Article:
Singer Ásgeir Trausti Einarsson released an album in 2012 that has become the biggest selling debut ever in his native Iceland—Sigur Ros and Bjork’s homeland. This year Ásgeir released the album again, in English. In The Silence balances classical guitar with modern folktronica and a delicate vocal timbre akin to Thom Yorke and Jonsi. In anticipation of his show in Royal Oak, Ásgeir chatted with us about performace, his creative process, his collaboration with his poet father, and Nirvana.
You’re a songwriter, but you’re not a lyricist. Can you talk a little about what it’s like collaborating with your father?
No, I wouldn’t consider myself a lyricist, but I did write my own lyrics when I was younger and still do it sometimes. For this album, I wrote the melodies to most of the songs, mostly made up English sounding, nonsense lyrics, before my dad wrote the lyrics… I’ve been writing lyrics since I was 12 or 13. I’d find my dad’s poetry lying around the house and I’d pick it up and use it for some of my songs. For this album, he wrote the song “Summer Guest,” the first song released in Iceland that got really popular. And then we did it with the other songs. It was really easy, though we were never in the room together. I live in Reykjavik and my parents live three hours away. We would record the song in the studio and I’d send him the song, which had some melody of some made up words and some structural flow so he could see how the lyrics should be. He would call. We would talk about it for few minutes. And usually it would take just two days and I’d be happy with it.
Do you think the success of In The Silence will change the collaboration?
I’ve been talking about this with my dad recently. I’d love to have him on the next record. I don’t know if it’s going to be the whole record or two songs, but I do think he wants to be a part of it as well. We’re finishing touring now and then we’re going back home. I’ll spend some time writing and I’ll meet up with my dad. We’ll figure out how we’re going to do it.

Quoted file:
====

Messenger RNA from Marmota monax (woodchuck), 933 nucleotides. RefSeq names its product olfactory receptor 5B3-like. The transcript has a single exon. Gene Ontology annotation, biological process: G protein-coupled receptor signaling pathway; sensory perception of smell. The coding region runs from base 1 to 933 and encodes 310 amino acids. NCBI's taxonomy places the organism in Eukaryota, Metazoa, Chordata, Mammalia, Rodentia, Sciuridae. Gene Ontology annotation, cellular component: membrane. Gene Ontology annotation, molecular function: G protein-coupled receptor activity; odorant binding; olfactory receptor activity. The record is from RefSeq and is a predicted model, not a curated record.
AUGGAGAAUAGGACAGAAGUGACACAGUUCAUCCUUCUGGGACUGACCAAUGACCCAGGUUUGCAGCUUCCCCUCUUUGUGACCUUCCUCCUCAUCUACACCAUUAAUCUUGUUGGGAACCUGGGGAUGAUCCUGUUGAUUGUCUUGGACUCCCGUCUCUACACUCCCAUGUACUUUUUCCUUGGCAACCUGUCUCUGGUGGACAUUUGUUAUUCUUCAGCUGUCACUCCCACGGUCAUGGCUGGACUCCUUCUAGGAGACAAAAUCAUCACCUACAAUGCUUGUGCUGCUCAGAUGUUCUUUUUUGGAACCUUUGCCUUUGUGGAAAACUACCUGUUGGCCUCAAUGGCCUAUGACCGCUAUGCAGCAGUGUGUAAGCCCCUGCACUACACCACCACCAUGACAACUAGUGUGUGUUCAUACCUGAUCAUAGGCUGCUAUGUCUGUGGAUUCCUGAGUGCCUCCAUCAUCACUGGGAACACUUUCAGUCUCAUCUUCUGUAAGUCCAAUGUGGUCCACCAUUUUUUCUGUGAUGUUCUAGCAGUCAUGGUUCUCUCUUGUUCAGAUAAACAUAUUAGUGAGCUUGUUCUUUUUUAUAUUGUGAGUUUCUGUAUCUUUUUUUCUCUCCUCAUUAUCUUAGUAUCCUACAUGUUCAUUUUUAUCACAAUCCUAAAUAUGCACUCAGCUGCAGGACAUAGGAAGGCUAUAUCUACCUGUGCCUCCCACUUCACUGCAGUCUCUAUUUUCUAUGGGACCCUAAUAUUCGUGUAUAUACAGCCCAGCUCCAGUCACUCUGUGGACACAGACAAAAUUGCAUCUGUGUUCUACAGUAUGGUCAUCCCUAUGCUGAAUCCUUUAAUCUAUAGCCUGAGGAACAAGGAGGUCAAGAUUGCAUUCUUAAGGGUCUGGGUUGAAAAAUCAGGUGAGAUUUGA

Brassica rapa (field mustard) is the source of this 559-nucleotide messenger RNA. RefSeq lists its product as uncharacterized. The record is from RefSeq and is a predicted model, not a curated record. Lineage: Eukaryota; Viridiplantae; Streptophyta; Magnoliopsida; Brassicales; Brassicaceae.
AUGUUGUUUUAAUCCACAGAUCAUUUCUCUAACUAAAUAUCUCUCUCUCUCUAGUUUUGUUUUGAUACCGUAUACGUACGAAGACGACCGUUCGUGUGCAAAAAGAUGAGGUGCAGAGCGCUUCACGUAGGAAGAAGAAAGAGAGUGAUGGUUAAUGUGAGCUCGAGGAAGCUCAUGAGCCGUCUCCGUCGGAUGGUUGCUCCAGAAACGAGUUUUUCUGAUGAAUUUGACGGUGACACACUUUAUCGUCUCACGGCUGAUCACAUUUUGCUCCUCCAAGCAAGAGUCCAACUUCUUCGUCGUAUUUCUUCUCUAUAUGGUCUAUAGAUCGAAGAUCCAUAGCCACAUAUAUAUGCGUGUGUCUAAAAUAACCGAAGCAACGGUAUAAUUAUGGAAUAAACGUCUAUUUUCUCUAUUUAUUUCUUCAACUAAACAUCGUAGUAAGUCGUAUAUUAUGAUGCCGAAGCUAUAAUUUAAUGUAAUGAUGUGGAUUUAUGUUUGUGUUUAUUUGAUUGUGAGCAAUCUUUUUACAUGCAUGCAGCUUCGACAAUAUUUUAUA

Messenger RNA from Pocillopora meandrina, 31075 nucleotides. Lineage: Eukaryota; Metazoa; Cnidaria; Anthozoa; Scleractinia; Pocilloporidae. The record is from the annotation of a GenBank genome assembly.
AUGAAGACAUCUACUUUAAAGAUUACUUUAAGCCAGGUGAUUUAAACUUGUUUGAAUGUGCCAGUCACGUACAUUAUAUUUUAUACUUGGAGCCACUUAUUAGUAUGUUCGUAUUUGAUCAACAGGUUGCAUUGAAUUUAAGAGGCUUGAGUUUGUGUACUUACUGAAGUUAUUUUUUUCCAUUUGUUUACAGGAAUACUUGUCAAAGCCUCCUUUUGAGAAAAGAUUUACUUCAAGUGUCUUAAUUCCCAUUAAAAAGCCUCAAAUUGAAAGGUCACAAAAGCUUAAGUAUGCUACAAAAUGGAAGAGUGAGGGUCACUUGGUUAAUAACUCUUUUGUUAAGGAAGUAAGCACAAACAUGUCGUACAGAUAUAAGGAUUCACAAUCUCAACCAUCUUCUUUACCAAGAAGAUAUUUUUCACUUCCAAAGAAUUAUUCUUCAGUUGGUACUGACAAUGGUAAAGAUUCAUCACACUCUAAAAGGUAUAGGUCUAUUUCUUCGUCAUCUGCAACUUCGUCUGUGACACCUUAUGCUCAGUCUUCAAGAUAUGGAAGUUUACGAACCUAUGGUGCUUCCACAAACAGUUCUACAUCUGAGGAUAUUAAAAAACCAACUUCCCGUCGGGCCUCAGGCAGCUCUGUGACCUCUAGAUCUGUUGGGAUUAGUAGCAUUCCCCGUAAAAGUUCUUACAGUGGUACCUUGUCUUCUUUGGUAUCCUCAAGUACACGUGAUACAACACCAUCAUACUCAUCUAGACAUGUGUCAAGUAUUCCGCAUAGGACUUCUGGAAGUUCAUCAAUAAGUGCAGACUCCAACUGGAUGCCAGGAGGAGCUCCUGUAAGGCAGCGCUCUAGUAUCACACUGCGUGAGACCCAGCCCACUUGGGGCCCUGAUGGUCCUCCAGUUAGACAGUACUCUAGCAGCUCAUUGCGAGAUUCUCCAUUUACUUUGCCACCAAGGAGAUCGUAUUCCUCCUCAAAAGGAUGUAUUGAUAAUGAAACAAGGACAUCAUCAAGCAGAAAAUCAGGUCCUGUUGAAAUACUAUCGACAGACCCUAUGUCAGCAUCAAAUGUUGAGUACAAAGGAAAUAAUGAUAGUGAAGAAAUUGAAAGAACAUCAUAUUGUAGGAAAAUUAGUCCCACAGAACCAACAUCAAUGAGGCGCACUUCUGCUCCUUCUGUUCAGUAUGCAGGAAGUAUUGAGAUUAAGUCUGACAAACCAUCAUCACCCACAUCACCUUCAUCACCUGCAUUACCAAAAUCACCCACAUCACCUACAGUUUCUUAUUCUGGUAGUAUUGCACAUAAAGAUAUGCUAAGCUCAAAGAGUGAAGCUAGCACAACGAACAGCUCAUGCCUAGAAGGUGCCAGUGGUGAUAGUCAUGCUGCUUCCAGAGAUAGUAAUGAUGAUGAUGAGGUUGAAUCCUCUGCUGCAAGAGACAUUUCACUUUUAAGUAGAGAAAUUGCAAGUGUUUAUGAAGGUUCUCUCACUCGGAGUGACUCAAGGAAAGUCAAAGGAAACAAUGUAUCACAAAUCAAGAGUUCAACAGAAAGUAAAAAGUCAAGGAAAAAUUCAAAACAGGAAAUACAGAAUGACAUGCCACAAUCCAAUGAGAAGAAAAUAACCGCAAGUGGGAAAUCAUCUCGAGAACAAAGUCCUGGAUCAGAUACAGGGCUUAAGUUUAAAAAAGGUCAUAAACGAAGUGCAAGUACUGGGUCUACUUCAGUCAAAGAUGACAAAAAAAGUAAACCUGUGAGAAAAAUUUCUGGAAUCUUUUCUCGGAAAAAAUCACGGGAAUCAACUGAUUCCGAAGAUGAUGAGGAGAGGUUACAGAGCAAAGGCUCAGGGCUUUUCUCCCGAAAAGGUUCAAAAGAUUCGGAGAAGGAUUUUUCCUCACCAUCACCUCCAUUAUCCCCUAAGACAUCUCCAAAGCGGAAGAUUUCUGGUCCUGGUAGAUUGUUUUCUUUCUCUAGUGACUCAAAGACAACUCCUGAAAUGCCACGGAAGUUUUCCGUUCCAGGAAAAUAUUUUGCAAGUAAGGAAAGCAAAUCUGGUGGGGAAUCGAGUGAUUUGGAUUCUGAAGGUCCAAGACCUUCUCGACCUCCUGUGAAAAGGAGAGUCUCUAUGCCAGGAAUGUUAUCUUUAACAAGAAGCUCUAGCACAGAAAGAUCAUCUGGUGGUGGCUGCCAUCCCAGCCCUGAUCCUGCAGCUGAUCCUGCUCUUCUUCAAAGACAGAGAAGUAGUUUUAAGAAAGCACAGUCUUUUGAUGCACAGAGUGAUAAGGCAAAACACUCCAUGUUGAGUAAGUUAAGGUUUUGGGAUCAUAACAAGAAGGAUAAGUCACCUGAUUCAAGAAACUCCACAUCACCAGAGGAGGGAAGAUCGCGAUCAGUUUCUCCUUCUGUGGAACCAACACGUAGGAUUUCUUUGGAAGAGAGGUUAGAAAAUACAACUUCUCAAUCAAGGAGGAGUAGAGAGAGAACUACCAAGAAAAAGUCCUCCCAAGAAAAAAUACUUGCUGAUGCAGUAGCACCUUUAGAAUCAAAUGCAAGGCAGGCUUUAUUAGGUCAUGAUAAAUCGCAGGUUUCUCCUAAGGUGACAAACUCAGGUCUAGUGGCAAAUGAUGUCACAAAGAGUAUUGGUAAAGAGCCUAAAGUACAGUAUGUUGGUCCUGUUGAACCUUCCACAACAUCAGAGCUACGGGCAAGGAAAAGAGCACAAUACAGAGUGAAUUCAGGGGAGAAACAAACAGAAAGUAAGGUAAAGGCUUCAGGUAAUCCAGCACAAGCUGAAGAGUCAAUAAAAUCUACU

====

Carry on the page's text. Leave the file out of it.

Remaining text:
About your tour, when you play to English speaking audiences, how do you decide which songs to play in English and which songs to play in Icelandic?
It’s the singles that we play in English, when we’re outside of Iceland, at least. And the songs we sing in Icelandic, I just feel better singing them in Icelandic. It feels more natural. And that comes out in the performance. I like to mix it up as well. The audience seems to enjoy that, having two languages.
Do you ever perform alone on stage to mix things up for the audience?
I haven’t done a big show like that, but I’ve done a few songs. And there’s always one song that I play alone, just an electric guitar and vocals—"On That Day." It hasn’t been too much a part of this tour. I feel really good about performing alone on stage. I can definitely see that in the future, maybe doing tours with just vocals and guitar and piano.
Between writing, recording, and performing, which aspect of creating music do you most enjoy?
That’s a hard one. I would have to say recording is my favorite. When you’ve written a song and you are ready to take it to the next level. You start experimenting with different things, with a song that was so stripped down in the beginning. It comes to life and that’s a really good feeling.
But you also enjoy performing those stripped down songs, just piano and guitar.
Exactly. I like both. It’s always good to experiment with songs. Usually I begin writing on the piano or guitar. And with some songs I can see straight away how much the song needs, how big of a band it needs. I like doing different versions, as well. Stripped-down versions (laughs).
Nirvana’s Nevermind was your first album. What did you parents think of it, of Kurt Cobain?
My mom actually bought it for me when I was seven. My dad didn’t care, but my mom didn’t really like it when she heard it. But it was motivation to play guitar, which was a great thing. It really influenced me on a whole lot of musical levels—just such a big part of my childhood.
Hozier with special guest Ásgeir, 7:30, Saturday, February 28, Royal Oak Music Theatre, 318 West Fourth Street, Royal Oak, MI, (248) 298-0708 www.royaloakmusictheatre.com